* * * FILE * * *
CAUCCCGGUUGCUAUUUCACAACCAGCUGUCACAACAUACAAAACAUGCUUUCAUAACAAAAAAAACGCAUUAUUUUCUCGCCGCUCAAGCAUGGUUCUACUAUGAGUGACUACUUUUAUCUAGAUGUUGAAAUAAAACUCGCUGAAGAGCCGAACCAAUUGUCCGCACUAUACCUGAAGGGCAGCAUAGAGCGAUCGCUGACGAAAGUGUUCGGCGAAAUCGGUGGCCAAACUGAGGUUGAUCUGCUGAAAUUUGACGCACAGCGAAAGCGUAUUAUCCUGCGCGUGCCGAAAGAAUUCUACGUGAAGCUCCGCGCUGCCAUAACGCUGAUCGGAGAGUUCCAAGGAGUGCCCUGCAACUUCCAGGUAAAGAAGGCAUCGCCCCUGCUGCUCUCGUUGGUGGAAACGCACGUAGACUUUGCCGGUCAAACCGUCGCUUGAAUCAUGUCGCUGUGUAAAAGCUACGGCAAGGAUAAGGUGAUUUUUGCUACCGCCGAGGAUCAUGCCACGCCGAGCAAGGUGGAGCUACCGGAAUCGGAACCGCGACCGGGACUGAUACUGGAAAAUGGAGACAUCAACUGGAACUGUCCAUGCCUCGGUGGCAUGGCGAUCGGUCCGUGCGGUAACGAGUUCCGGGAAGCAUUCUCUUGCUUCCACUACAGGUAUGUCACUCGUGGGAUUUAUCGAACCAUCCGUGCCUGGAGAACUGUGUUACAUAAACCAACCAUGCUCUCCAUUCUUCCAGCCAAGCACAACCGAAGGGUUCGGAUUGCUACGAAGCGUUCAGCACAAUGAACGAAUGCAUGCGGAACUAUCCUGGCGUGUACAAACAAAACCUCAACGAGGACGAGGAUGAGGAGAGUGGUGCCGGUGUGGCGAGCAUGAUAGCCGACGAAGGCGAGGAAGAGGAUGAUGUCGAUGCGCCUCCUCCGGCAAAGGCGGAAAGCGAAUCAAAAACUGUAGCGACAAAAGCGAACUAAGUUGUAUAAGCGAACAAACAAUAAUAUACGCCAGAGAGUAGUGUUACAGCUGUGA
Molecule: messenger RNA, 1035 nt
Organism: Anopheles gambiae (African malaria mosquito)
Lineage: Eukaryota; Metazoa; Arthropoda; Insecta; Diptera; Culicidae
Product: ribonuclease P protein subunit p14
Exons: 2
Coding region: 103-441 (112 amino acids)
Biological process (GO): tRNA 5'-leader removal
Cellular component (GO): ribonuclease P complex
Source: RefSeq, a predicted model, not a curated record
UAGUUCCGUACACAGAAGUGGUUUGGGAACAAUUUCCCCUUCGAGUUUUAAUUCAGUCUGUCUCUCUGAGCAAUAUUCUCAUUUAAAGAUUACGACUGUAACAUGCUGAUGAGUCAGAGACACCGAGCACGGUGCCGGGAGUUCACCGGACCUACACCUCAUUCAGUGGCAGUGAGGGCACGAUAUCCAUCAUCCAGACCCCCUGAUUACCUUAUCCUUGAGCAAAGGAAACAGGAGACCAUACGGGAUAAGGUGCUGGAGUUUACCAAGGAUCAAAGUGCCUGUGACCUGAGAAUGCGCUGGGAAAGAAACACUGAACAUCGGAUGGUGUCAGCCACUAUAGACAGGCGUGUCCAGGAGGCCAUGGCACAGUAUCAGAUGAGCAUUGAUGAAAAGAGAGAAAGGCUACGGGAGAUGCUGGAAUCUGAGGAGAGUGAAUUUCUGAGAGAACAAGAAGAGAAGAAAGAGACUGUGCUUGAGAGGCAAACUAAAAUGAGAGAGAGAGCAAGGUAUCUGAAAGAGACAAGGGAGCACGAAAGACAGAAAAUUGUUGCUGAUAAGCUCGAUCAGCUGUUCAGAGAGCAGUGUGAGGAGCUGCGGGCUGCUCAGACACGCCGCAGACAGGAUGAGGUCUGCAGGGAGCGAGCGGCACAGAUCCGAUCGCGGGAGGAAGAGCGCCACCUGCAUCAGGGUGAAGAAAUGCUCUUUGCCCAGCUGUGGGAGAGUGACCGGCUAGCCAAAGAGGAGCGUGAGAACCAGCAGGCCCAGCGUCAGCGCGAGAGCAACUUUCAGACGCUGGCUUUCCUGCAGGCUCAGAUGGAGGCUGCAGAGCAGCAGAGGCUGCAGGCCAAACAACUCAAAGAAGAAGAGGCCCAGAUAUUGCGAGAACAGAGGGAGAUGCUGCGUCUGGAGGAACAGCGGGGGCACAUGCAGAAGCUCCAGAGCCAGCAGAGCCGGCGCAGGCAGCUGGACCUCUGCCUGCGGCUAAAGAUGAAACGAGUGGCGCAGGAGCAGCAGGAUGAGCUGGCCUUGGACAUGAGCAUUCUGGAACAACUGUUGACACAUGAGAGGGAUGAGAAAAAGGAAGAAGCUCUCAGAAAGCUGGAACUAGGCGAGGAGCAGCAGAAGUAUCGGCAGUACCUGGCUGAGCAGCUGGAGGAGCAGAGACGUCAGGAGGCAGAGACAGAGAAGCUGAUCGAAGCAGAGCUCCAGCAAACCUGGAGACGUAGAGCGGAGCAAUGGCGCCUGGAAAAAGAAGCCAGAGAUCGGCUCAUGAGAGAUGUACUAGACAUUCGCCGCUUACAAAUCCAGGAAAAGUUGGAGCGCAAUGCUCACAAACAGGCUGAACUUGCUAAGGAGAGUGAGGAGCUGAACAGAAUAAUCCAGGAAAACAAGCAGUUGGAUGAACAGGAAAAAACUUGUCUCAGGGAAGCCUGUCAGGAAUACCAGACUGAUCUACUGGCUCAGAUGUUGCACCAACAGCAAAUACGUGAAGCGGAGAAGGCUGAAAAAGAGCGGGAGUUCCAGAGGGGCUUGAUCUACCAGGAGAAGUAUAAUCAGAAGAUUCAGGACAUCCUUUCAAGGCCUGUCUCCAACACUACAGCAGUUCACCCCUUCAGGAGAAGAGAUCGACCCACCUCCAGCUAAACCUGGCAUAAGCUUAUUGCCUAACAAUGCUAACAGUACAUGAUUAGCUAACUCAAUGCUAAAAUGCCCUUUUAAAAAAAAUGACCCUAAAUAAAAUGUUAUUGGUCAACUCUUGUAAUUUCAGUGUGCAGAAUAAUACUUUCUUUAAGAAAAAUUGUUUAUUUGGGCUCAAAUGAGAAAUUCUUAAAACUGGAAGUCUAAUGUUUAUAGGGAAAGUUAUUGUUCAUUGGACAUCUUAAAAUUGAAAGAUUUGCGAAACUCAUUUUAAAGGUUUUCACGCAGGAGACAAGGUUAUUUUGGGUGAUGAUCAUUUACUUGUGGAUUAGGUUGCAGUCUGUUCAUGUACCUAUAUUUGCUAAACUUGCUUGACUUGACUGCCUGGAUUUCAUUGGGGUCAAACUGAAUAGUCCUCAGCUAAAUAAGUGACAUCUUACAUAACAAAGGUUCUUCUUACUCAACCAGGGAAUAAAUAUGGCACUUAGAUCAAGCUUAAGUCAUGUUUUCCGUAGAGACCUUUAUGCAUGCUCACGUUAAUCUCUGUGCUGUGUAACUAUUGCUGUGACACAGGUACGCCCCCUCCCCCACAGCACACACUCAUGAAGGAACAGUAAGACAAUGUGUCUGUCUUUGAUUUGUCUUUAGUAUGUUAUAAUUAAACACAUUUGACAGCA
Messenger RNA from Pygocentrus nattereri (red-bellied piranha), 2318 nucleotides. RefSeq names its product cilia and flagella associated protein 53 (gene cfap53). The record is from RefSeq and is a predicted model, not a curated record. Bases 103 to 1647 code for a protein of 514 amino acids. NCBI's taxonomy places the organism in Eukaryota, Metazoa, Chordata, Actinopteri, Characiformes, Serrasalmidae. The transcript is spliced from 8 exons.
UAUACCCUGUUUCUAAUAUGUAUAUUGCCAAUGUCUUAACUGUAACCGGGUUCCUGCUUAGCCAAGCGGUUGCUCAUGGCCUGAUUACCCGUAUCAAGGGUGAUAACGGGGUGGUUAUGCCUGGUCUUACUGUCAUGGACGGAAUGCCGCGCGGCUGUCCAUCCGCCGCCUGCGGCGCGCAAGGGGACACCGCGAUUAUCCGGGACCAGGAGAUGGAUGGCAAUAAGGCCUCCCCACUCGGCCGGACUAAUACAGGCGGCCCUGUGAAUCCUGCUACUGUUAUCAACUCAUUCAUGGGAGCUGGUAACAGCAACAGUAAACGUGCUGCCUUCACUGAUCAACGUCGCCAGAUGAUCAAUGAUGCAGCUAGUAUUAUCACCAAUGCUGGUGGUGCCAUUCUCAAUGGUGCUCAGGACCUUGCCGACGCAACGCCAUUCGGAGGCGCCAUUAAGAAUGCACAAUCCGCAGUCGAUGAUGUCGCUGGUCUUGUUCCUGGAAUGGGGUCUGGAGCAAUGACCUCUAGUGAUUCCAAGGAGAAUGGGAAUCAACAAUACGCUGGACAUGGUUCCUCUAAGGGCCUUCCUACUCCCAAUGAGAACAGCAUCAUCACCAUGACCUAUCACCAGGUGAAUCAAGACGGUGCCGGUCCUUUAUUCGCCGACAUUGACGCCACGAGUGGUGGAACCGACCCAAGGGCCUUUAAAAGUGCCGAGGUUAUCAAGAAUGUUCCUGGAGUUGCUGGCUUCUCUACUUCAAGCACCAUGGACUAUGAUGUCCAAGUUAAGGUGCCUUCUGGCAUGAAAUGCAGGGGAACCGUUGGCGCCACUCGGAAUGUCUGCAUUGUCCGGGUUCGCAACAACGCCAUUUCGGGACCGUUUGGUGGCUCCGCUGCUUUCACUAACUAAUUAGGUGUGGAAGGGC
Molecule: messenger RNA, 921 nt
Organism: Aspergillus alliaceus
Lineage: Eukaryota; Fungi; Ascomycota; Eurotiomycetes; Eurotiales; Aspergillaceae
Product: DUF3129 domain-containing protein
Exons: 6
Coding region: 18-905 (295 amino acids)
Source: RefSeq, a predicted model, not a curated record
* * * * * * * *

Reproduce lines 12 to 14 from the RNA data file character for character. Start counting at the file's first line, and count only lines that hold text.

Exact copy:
Messenger RNA from Pygocentrus nattereri (red-bellied piranha), 2318 nucleotides. RefSeq names its product cilia and flagella associated protein 53 (gene cfap53). The record is from RefSeq and is a predicted model, not a curated record. Bases 103 to 1647 code for a protein of 514 amino acids. NCBI's taxonomy places the organism in Eukaryota, Metazoa, Chordata, Actinopteri, Characiformes, Serrasalmidae. The transcript is spliced from 8 exons.
UAUACCCUGUUUCUAAUAUGUAUAUUGCCAAUGUCUUAACUGUAACCGGGUUCCUGCUUAGCCAAGCGGUUGCUCAUGGCCUGAUUACCCGUAUCAAGGGUGAUAACGGGGUGGUUAUGCCUGGUCUUACUGUCAUGGACGGAAUGCCGCGCGGCUGUCCAUCCGCCGCCUGCGGCGCGCAAGGGGACACCGCGAUUAUCCGGGACCAGGAGAUGGAUGGCAAUAAGGCCUCCCCACUCGGCCGGACUAAUACAGGCGGCCCUGUGAAUCCUGCUACUGUUAUCAACUCAUUCAUGGGAGCUGGUAACAGCAACAGUAAACGUGCUGCCUUCACUGAUCAACGUCGCCAGAUGAUCAAUGAUGCAGCUAGUAUUAUCACCAAUGCUGGUGGUGCCAUUCUCAAUGGUGCUCAGGACCUUGCCGACGCAACGCCAUUCGGAGGCGCCAUUAAGAAUGCACAAUCCGCAGUCGAUGAUGUCGCUGGUCUUGUUCCUGGAAUGGGGUCUGGAGCAAUGACCUCUAGUGAUUCCAAGGAGAAUGGGAAUCAACAAUACGCUGGACAUGGUUCCUCUAAGGGCCUUCCUACUCCCAAUGAGAACAGCAUCAUCACCAUGACCUAUCACCAGGUGAAUCAAGACGGUGCCGGUCCUUUAUUCGCCGACAUUGACGCCACGAGUGGUGGAACCGACCCAAGGGCCUUUAAAAGUGCCGAGGUUAUCAAGAAUGUUCCUGGAGUUGCUGGCUUCUCUACUUCAAGCACCAUGGACUAUGAUGUCCAAGUUAAGGUGCCUUCUGGCAUGAAAUGCAGGGGAACCGUUGGCGCCACUCGGAAUGUCUGCAUUGUCCGGGUUCGCAACAACGCCAUUUCGGGACCGUUUGGUGGCUCCGCUGCUUUCACUAACUAAUUAGGUGUGGAAGGGC
Molecule: messenger RNA, 921 nt